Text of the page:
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Housing crises or housing choices

Housing crises or housing choices?

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Labelling our current housing situation as a “housing crises” implies it is a short-term deadlock or impasse. It makes us think of the housing shortage like a situation that just needs diplomatic agreement between various parties such as government and industry to resolve.

If only it was that simple… While there are many issues at play it boils down to us not having enough homes. To make matters worse, there is very little new construction on the horizon. We know demand is out stripping supply but are there other ways to think about this?

History is peppered with housing supply shortages. The early 1950s, mid 70’s, and early 80’s all saw housing shortages in varying degrees around the country. In each case it took many years to unblock the supply pipeline that created the shortfall in the first place.

In each of those previous cycles the new housing supply came predominantly via suburban houses with relatively little apartment or townhouse developments. Today however we can build apartment communities with many hundred new homes relatively quickly. Unfortunately, the financial metrics for these projects are marginal or not feasible at the moment.

Understanding the extent of the shortage is also important to ensure the response is measured and doesn’t over correct.

In a recent Financial Review article, Michael Bleby – Deputy Property Editor said it best when he wrote a story saying Housing not so “impossibly unaffordable” after all. His story highlighted a recent study by US based research company Demographia, showing Sydney and Melbourne housing affordability was the second and seventh worst (most unaffordable) in the world respectively. It shows the housing price to income ratio for Sydney and Melbourne as 13.8 and 9.8 times respectively.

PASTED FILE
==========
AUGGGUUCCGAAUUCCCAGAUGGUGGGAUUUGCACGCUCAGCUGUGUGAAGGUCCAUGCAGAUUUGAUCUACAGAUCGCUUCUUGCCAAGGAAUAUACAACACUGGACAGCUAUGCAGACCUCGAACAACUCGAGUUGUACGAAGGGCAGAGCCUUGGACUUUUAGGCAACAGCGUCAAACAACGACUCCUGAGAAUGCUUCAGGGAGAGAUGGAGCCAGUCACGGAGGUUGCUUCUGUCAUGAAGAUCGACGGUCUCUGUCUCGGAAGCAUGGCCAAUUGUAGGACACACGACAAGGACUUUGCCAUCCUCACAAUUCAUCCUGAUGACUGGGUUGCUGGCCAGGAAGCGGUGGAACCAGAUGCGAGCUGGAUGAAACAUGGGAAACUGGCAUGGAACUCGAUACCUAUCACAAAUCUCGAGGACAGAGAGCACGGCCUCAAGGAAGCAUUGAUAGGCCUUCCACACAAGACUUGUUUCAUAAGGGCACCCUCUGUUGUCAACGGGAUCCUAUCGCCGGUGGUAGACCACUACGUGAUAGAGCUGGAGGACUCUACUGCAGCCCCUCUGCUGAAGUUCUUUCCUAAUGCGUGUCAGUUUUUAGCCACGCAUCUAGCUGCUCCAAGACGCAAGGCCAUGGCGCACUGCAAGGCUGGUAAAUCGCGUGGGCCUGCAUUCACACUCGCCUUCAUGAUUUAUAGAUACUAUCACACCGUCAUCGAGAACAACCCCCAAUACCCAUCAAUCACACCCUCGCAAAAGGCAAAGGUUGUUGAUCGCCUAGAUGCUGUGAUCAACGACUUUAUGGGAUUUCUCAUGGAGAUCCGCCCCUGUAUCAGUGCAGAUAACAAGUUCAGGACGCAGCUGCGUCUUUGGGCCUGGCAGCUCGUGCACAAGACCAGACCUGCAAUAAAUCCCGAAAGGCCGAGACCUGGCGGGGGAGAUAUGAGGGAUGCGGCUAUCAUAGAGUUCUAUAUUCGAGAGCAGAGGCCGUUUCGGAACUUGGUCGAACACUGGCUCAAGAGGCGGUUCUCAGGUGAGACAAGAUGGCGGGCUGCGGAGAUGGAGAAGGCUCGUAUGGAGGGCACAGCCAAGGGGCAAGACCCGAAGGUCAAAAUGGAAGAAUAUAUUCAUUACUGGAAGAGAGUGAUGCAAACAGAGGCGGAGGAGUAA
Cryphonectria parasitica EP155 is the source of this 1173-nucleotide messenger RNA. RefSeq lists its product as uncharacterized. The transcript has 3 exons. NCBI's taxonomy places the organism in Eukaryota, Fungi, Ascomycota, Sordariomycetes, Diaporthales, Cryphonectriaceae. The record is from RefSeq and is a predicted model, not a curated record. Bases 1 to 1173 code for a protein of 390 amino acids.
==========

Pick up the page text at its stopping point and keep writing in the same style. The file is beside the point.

Michael’s story went on to cite a further study by Sydney based financier FrontYa which added apartments into the equation. By doing this, the price to income ratio fell to 9.1 and 7.6 for the two capitals respectively. Sydney dropped to 10th and Melbourne to 14th most unaffordable.

On Demogaphia’s numbers all of Australia’s 5 mainland state capitals were in the top 20 most unaffordable cities in the world. That is pretty telling in itself. It speaks to Australia’s prosperity and high standards of living which is perhaps the cross that we bear. Or is it part of our obsession with housing.

Maybe the current housing issue is not just about supply. Maybe it is also grounded by our living choices. What the FrontYa study shows is that if we embraced apartment living as a normal long term housing solution the affordability and supply of what we consider as a suitable home would be addressed more quickly.

Markets have a knack of rebalancing themselves. Part of solution may involve a shift in living norms and housing choices rather than just building more houses in more suburbs. Apartment living has been identified by governments and industry as a big piece in the puzzle to address housing at every level of affordability. It makes use of existing infrastructure and minimises the environmental impact on currently undeveloped greenfield land.

It’s worth thinking about what we can do to make apartment living a comparable alternative to stand along houses in our living choices.

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